Would raise buying age, license vape shops
By Holly Crocco
After further discussion about legislation to raise the age to purchase tobacco in Putnam County from 18 to 21, the County Legislature’s Health Committee on Aug. 14 unanimously approved two amendments to the County Code that will affect the sale of cigarettes, e-cigarettes and all tobacco products in Putnam.
One amendment prohibits the sale of tobacco products and accessories to anyone younger than 21. Enforcement will be made by the county health department, and violations will be punishable by a fine between $300 and $1,000 for a first offense, and between $500 and $1,000 for subsequent violations.
The other amendment creates a licensing requirement for businesses that sell tobacco and vaping products. According to lawmakers, there is no fee associated with the licensing, and it will be administered through the health department.
“This is an issue that I’m very passionate about,” said Legislator Barbara Scuccimarra (R-Philipstown), who chairs the Health Committee and has championed the Tobacco 21 proposals.
The two amendments will go before the Legislature during its Sept. 4 meeting.
A third amendment that would prohibit anyone younger than 21 from entering a public location where smoking is taking place was tabled by the committee.
Legislator Joseph Castellano (R-Brewster) expressed concern over the amendment, saying it might cause servers at private clubs who are not yet 21 to lose their jobs. (Although you must be 21 to purchase alcohol, you only need to be 18 to serve it.)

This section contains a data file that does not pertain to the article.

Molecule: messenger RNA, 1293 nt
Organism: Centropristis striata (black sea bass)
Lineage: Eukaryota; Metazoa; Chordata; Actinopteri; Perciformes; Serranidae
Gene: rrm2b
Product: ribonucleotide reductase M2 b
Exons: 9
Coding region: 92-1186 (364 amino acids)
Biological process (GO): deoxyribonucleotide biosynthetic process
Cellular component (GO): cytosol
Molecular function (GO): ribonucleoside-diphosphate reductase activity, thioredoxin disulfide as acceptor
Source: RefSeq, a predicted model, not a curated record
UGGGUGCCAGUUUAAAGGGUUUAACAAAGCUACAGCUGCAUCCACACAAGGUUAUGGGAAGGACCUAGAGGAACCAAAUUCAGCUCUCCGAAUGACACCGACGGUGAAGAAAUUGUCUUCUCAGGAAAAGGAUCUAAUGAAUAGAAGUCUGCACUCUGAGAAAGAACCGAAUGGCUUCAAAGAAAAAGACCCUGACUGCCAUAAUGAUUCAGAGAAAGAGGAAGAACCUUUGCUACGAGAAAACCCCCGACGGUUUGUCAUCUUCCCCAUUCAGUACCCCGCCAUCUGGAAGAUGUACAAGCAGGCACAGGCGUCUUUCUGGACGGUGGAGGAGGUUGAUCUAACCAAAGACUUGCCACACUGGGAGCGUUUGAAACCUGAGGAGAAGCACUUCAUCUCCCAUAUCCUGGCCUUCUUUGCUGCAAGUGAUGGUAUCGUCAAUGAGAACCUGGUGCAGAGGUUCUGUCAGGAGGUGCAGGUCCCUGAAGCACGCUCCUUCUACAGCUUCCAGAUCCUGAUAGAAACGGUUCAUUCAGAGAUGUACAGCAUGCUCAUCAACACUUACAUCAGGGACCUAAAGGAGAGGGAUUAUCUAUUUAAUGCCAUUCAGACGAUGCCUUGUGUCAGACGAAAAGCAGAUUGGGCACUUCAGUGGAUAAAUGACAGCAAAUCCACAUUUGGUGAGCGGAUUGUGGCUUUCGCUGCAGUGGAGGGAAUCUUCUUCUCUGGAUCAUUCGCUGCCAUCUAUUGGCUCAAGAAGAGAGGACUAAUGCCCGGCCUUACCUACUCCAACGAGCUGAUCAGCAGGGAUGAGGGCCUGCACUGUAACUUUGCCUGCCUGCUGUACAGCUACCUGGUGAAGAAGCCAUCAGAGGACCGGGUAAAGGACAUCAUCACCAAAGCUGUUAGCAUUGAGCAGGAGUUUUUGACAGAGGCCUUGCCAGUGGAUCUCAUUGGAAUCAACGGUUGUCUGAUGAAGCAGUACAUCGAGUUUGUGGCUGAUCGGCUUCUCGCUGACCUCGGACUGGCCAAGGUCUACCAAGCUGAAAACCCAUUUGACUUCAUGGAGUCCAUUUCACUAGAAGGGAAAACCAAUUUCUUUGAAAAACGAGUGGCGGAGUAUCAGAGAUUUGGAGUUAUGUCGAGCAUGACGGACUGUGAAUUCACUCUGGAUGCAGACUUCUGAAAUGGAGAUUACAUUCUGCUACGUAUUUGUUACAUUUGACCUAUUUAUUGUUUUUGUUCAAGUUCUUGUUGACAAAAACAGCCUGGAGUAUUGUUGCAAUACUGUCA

During the committee meeting, Tracey Walsh, who lives in Carmel and is the director of special events for the American Cancer Society, noted that “e-cigarettes and vaping changed the playing field” just when advocates thought they were making strides in the war on tobacco.
She argued that regulating tobacco is part of the larger war on drug addiction. “Tobacco 21 is not an example of overregulation,” she said. “It is a fiscally conservative and responsible measure that will help reduce the $10.4 billion in New York tobacco-related health care costs.”
Walsh noted that the law would not criminalize the possession of tobacco by minors, only its sale. Police could not ticket a teenager they saw smoking.
Susan Salomone, executive director of Drug Crisis in Our Backyard, said she believed taking tobacco and vaping products out of the hands of students will have a “ripple effect” on addiction down the road.
“I don’t think T21 is the total solution to this, but it can’t hurt,” she said.The Current is a nonprofit supported by its readers; please consider a tax-deductible contribution.